On the other hand, summertime for students can represent an opportunity to really explore other activities and develop skills in other areas or it can just be mindless video game playing time that goes unchecked. Unless students come from a proactive family that helps them make the most of their time either in play or in structured activities with reading time carved out, it's hard for a student not to be a victim of the summer slide, where a child's literacy skills slip because of inconsistent practice. For families that do not/can not have a plan for their child, summertime represents a slide. Luckily, there are opportunities out there that encourage students to be involved in structured activities like the summer program for which I am working.
Summer time, for me, has its pros and cons. I wouldn't be opposed to spreading it out more evenly across the school year so that there isn't such a large lapse for students. Concentrating it in smaller chunks may actually be more healthy so that students and teachers alike get time to refresh and catch up on sleep.
There have been so many disheartening and disappointing things that I've seen in the education system in NYC. The first disappointment came when I was in school at TC and I saw that Cathie Black, former Hearst Magazines president with no education experience, was named Chancellor of the largest public school system in the United States. At least she stepped down after three months. The second disappointment occurred today when New York City released flawed value-added assessment data of all its teachers to the public. The impact of this disgraceful public humiliation by the city of our hard-working teachers is something that cannot just be undone. It has lasting impact on not just the teacher, but the wider school and family communities. When confidence in teachers need to be strengthened, the city is shaming teachers with flawed, inaccurate data.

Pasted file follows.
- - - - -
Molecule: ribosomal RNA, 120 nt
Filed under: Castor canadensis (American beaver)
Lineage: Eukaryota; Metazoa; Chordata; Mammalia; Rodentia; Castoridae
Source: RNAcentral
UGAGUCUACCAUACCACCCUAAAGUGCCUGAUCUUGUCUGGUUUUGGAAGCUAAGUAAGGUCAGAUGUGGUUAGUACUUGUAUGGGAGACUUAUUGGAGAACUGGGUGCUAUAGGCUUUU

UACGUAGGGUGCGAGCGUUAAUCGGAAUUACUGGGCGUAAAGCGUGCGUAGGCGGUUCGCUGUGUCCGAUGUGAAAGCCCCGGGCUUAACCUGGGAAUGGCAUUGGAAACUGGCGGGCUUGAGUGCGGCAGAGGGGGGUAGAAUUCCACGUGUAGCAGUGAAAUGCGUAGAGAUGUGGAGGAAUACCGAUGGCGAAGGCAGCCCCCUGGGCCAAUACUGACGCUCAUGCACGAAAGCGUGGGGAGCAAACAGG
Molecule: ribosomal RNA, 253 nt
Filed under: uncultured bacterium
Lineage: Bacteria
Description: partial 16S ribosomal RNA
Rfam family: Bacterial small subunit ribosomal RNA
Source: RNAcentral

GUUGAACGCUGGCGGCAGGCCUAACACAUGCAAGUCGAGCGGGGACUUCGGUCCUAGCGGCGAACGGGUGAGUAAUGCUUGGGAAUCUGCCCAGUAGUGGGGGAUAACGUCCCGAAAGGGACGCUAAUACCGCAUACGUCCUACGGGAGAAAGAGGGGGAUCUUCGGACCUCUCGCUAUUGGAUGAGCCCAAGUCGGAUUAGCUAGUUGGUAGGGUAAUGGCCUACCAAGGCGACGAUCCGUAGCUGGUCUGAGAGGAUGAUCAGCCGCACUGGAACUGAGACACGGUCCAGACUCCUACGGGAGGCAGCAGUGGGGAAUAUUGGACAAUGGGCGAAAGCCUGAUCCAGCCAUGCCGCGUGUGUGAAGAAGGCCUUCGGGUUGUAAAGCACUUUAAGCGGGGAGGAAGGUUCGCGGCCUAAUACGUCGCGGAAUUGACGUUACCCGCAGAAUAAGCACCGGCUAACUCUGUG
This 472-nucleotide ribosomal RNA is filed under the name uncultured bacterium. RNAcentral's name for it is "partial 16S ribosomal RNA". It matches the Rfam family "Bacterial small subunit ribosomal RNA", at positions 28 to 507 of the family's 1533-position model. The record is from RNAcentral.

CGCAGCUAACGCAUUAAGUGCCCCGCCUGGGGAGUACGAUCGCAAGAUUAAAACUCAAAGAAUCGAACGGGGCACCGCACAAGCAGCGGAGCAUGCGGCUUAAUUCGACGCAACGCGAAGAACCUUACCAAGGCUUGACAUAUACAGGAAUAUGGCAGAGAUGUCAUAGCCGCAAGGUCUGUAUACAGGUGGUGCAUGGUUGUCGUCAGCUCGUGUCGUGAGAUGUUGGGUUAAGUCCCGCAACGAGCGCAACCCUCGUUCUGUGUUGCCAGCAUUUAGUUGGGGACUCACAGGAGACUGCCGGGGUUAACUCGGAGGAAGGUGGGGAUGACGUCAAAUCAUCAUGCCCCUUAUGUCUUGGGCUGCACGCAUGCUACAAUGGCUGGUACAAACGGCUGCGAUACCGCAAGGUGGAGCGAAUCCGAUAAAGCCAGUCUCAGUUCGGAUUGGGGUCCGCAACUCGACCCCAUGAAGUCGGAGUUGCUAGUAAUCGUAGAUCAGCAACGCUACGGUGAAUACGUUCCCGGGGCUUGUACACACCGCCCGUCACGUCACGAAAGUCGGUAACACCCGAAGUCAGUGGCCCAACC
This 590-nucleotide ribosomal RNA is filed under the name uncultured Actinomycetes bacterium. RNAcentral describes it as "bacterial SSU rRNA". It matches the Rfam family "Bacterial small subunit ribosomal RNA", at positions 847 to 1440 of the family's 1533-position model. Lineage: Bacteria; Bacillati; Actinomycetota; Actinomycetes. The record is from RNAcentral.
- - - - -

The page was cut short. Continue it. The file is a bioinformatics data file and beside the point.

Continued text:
Schools are communities where everyone cooperates--to help those who need help, to educate those who have not had the opportunity to be educated, to learn together, strengthening our communal knowledge.
I want to make this point crystal clear so let me use the following table below to make clear why schools are, and should remain, communities. This will also help elucidate the contrast between the community based model of education and the business model being advocated by businessmen.
Schools are, and should remain, communities
Schools ought to operate like stores
If advocates of the business model want to weed out the "bad worker" or the "bad teacher," they need to first define who that is and develop a system WITH educators and administrators that reviews the performance of the teacher and determines that they cannot teach or improve.
As I teach my students when they face a bully who does not respect them and tries to shame them in front of their peers, rise above. Bullies are not team players and they usually have very few, if any, friends because bullies will turn on their friends, too. Bullies treat you like an object that they can just toss around, not asking for your opinion and not believing that people can change and grow. Perhaps bullies lost the confidence in themselves that they could change and grow and now can only exert power to humiliate others.
NYC, do not be a bully to your teachers and don't treat them like commodities.
This is an excellent article on the "schools we [should] envy" in Finland. I encourage anyone who wants to become more interested in education reform in the United States to read this article:
"Even the corporate reformers admire Finland, apparently not recognizing that Finland disproves every part of their agenda."
The views expressed on these pages are mine alone and do not reflect those of institutions, organizations, or employers associated with me, past or present.